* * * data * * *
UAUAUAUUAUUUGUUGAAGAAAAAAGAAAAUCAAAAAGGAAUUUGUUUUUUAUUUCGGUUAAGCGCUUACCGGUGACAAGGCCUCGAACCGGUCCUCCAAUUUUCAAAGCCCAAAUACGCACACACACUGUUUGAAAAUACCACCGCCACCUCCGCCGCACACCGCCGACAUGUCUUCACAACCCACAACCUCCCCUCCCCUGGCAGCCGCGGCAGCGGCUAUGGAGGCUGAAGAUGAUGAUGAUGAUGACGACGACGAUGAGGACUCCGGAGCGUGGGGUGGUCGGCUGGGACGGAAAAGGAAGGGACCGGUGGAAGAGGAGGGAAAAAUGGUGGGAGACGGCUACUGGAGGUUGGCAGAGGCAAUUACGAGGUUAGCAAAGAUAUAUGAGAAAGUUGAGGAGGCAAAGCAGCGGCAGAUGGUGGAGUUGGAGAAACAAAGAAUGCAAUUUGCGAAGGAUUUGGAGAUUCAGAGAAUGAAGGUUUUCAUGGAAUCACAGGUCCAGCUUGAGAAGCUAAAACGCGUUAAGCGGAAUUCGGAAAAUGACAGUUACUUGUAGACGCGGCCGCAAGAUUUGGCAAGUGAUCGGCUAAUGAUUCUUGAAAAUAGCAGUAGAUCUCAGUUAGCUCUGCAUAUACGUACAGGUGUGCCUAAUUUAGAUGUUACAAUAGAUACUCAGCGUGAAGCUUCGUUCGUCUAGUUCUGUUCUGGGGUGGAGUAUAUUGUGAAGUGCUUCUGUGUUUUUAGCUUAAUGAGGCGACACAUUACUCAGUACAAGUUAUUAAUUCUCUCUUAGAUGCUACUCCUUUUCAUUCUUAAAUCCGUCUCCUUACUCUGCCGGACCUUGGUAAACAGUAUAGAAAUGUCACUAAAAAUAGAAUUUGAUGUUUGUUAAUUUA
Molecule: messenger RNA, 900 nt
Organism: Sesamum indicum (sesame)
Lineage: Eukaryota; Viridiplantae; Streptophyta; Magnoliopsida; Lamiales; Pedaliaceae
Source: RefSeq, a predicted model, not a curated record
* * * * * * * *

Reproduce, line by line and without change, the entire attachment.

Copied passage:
UAUAUAUUAUUUGUUGAAGAAAAAAGAAAAUCAAAAAGGAAUUUGUUUUUUAUUUCGGUUAAGCGCUUACCGGUGACAAGGCCUCGAACCGGUCCUCCAAUUUUCAAAGCCCAAAUACGCACACACACUGUUUGAAAAUACCACCGCCACCUCCGCCGCACACCGCCGACAUGUCUUCACAACCCACAACCUCCCCUCCCCUGGCAGCCGCGGCAGCGGCUAUGGAGGCUGAAGAUGAUGAUGAUGAUGACGACGACGAUGAGGACUCCGGAGCGUGGGGUGGUCGGCUGGGACGGAAAAGGAAGGGACCGGUGGAAGAGGAGGGAAAAAUGGUGGGAGACGGCUACUGGAGGUUGGCAGAGGCAAUUACGAGGUUAGCAAAGAUAUAUGAGAAAGUUGAGGAGGCAAAGCAGCGGCAGAUGGUGGAGUUGGAGAAACAAAGAAUGCAAUUUGCGAAGGAUUUGGAGAUUCAGAGAAUGAAGGUUUUCAUGGAAUCACAGGUCCAGCUUGAGAAGCUAAAACGCGUUAAGCGGAAUUCGGAAAAUGACAGUUACUUGUAGACGCGGCCGCAAGAUUUGGCAAGUGAUCGGCUAAUGAUUCUUGAAAAUAGCAGUAGAUCUCAGUUAGCUCUGCAUAUACGUACAGGUGUGCCUAAUUUAGAUGUUACAAUAGAUACUCAGCGUGAAGCUUCGUUCGUCUAGUUCUGUUCUGGGGUGGAGUAUAUUGUGAAGUGCUUCUGUGUUUUUAGCUUAAUGAGGCGACACAUUACUCAGUACAAGUUAUUAAUUCUCUCUUAGAUGCUACUCCUUUUCAUUCUUAAAUCCGUCUCCUUACUCUGCCGGACCUUGGUAAACAGUAUAGAAAUGUCACUAAAAAUAGAAUUUGAUGUUUGUUAAUUUA
Molecule: messenger RNA, 900 nt
Organism: Sesamum indicum (sesame)
Lineage: Eukaryota; Viridiplantae; Streptophyta; Magnoliopsida; Lamiales; Pedaliaceae
Source: RefSeq, a predicted model, not a curated record